Wednesday, May 22, 2013

Loss of flight could mean layoffs at Yeager Airport (KCRW), Charleston, West Virginia

Wednesday May 22, 2013

by Paul Fallon, Daily Mail Staff

CHARLESTON, W.Va. -- The Central West Virginia Regional Airport Authority could be forced to lay off employees in order to reduce its operating budget for the upcoming fiscal year.

Board members discussed the 2013-2014 fiscal year budget during a meeting Wednesday.

They learned that $675,000 must be reduced from the proposed budget, bringing it down to around $5.3 million, because of a revenue shortfall caused by the elimination of the Orlando flight last year.

The authority can eliminate about $300,000 from the proposed budget by possibly laying off a "few employees" and leaving other positions unfilled, said airport director Rick Atkinson.

Two to four employees could be laid off and an additional three positions could be eliminated through attrition, he said.

The number of employees to be laid off would depend on whether the airport could receive leniency from federal authorities on some future technology purchases.

Employees will be asked to pay higher insurance premiums, which could reduce the budget by about $26,000, Atkinson said.

The authority also will not allocate 3 percent merit raises during the upcoming fiscal year, saving another $75,000.

Members also plan to reduce the amount of money placed in the authority's reserve fund from $400,000 to $300,000, and the authority will not allocate $150,000 to help pay for airport marketing to slash the budget, Atkinson said.

Losing the Orlando flight has meant that about 20,000 fewer passengers used Yeager Airport from last year to this year.

The loss of traffic caused the airport's landing fee to jump from $3.55 per every 1,000 landing pounds this fiscal year to $4.74 per every 1,000 landing pounds during the upcoming fiscal year.

The $5.3 million budget incorporates a $3.55 landing fee for every 1,000 landing pounds.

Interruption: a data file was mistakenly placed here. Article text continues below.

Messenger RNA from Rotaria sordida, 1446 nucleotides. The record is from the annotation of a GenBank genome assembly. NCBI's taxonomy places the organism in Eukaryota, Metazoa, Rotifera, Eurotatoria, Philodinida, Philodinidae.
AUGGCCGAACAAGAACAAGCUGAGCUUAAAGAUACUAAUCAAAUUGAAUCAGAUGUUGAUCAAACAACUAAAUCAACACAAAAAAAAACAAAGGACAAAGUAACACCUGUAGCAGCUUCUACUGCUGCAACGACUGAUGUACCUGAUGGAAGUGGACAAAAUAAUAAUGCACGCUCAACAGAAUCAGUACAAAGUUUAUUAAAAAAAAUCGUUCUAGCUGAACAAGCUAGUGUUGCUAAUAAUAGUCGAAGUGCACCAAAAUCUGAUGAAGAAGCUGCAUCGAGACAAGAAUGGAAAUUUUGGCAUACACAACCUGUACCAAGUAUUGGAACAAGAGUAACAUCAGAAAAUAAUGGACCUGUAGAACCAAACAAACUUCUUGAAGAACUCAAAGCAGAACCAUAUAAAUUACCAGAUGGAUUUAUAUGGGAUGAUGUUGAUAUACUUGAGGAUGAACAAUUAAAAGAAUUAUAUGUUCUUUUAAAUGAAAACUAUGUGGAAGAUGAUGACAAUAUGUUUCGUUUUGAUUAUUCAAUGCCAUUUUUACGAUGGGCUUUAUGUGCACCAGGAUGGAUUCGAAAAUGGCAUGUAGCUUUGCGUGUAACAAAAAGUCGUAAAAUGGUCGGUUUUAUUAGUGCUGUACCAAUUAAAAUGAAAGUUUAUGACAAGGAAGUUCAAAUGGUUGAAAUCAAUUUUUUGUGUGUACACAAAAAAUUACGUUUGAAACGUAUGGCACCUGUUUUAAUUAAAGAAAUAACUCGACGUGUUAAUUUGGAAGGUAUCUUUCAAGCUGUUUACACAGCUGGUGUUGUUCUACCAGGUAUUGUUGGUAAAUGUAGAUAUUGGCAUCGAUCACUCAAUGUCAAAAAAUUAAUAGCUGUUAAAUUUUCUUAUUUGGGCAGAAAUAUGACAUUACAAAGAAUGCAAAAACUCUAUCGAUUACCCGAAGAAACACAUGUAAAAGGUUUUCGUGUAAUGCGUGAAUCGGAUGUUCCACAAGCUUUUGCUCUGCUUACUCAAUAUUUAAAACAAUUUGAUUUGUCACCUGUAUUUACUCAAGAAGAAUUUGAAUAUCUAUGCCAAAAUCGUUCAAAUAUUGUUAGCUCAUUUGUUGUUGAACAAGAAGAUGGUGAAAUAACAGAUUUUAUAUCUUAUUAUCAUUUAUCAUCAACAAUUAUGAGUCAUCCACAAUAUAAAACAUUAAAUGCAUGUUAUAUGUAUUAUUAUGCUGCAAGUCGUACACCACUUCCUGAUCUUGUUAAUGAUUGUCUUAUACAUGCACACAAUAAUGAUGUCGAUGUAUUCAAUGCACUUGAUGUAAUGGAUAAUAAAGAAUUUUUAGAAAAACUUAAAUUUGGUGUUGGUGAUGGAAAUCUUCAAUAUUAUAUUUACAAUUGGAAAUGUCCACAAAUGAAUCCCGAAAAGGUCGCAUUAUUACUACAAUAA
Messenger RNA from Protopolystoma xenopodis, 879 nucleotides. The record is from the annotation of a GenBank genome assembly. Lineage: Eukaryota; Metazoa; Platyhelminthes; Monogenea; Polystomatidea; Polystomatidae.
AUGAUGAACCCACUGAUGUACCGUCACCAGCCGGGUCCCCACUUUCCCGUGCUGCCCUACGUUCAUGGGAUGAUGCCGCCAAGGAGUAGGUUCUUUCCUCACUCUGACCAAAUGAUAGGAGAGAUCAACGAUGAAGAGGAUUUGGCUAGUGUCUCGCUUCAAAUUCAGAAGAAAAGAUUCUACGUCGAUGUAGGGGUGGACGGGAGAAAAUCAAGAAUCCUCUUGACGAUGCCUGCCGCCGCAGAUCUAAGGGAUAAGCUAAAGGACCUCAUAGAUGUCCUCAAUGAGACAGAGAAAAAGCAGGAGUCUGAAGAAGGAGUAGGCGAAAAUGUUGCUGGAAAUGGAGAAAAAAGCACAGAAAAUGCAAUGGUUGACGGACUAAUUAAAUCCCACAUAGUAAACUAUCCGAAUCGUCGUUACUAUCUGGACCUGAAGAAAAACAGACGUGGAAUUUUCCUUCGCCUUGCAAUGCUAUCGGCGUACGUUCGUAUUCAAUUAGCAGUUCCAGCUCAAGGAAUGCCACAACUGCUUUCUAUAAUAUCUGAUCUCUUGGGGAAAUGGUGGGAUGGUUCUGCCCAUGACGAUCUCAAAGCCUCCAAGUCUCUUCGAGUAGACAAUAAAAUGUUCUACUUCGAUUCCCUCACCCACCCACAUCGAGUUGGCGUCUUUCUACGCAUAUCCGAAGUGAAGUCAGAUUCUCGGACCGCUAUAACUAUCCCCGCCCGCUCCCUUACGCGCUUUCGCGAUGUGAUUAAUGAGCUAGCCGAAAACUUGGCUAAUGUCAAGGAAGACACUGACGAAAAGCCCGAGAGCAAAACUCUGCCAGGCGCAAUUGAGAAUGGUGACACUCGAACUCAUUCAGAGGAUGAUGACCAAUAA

The landing pounds are determined by the weight of the plane coming in to the airport. The airlines pay the fee to the airports.

The $3.55 landing fee will keep the airport "competitive" said authority chairman Ed Hill.

"We would be doing our airport and our customers a great disservice by raising our landing fees," Hill said.

Raising landing fees could force airlines to eliminate flights in to and out of the airport, further reducing revenue.

"That would make us less competitive and less attractive to airlines," he said. "It's important for the board to consider all other avenues to accommodate our shortfall.

"We recognize how vital it is for the airport to stay competitive and active," Hill said. "We have to maintain profitability."

The board members also are looking at cutting expenses wherever they can, Hill said, and on Wednesday the authority opted not to purchase a $30,000 truck.

Although the board is struggling financially, a proposal to help fund a $7 million to $9 million bridge from U.S. 119 near Mink Shoals to the back end of Coonskin Park is still moving forward.

The bridge must be built in order to keep the West Virginia Air National Guard base at Yeager Airport open, said retired Adj. Gen. Allen Tackett, an airport authority board member.

There needs to be a secure entrance to the armory and air base, Tackett had previously said. Currently the facilities share an entrance with Coonskin Park.

While airport authority board could never use its general fund to pay for the bridge construction because of Federal Aviation Administration restrictions, it could use other funds, such as those generated by parking garage revenue, Atkinson said.

Tackett hopes to have the bridge construction financed by the airport authority, the National Guard, the commission and the City of Charleston.

The budget will be placed before the authority board for a final vote on June 27. 


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